How do I choose from the many options? For example, Volkswagen Canada offers in 12-month intervals: for finance, 12 to 84 months; for lease, 12 to 48 months.

Does this answer change if the availability of money is NOT an issue (ie at the outset, I already have the money to pay any of these options)?

1 Answer 1


If you have the money to pay cash for the car. Then 0 months will save you the most money. There are of course several caveats. The money for the car has to be in a relatively liquid form. Selling stocks which would trigger taxes may make the pay cash option non-optimal. Paying cash for the car shouldn't leave you car rich but cash poor. Taking all your savings to pay cash would not be a good idea. Note: paying cash doesn't involve taking a wheelbarrow full of bills to the dealer; You can use a a check.

If cash is not an option then the longest time period balanced by the rates available is best. If the bank says x percent for 12-23 months, y percent for 24-47 months, Z percent for 48 to... It may be best to take the 47 month loan, because it keeps the middle rate for a long time. You want to lock in the lowest rate you can, for the longest period they allow. The longer period keeps the required minimum monthly payment as low as possible. The lower rate saves you on interest. Remember you generally can pay the loan off sooner by making extra or larger payments.

Leasing. Never lease unless you are writing off the monthly lease payment as a business expense. If the choice is monthly lease payments or depreciation for tax purposes the lease can make the most sense. If business taxes aren't involved then leasing only means that you have a complex deal where you finance the most expensive part of the ownership period, you have to watch the mileage for several years, and you may have to pay a large amount at the end of the period for damages and excess miles. Plus many times you don't end up with the car at the end of the lease.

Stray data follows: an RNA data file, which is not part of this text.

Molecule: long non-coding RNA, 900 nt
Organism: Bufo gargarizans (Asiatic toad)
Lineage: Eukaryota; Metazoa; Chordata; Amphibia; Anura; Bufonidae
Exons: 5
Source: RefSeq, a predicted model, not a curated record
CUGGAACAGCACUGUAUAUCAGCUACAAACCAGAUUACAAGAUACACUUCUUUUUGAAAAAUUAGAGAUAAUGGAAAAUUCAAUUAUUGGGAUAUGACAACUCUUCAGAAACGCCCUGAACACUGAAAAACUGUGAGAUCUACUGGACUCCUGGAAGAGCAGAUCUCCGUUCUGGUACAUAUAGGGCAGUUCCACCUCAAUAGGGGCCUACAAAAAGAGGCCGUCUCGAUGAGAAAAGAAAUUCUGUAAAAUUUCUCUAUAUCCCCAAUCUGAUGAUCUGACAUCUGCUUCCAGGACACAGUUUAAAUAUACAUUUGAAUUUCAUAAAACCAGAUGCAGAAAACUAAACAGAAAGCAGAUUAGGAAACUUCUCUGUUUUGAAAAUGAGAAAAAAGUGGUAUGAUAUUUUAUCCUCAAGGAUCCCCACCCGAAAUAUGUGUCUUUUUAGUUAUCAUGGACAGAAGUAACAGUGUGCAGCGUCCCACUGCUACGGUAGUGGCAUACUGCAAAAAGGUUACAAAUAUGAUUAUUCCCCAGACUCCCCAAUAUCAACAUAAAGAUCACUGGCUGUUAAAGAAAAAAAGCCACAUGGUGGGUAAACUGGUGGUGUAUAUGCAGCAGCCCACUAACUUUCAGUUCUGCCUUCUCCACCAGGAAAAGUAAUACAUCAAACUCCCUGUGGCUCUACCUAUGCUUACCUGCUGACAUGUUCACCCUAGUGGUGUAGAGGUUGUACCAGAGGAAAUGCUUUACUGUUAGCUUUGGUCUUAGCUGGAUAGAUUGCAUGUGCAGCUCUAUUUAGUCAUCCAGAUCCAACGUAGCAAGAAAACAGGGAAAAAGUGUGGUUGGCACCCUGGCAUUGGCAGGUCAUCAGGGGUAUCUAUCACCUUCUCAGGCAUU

In the United States one way to get a good deal if you have to get a loan: take the rebate from the dealer; and the loan from a bank/credit Union. The interest rate at banking institution is a better range of rates and length. Plus you get the dealer cash. Many times the dealer will only give you the 0% interest rate if you pay in 12 months and skip the rebate; where the interest paid to the bank will be less than the rebate.

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    Standard reminder: NEVER discuss financing with a dealer until after the price of the vehicle has been determined, or they will raise the price of the car to compensate for (apparently) good financing.
    – keshlam
    Commented Dec 17, 2014 at 13:54
  • Depending where you are leasing may also make most financial sense. You can always buy out at the end and the interest rate may be amazing - car produer where I am offers around 5% interest for financing (which is cheaper than any bank), but 0.5% for leasing. Leasing for 60 months with a then takeover price prenegotiated can be a total money saver.
    – TomTom
    Commented Sep 17, 2018 at 9:30

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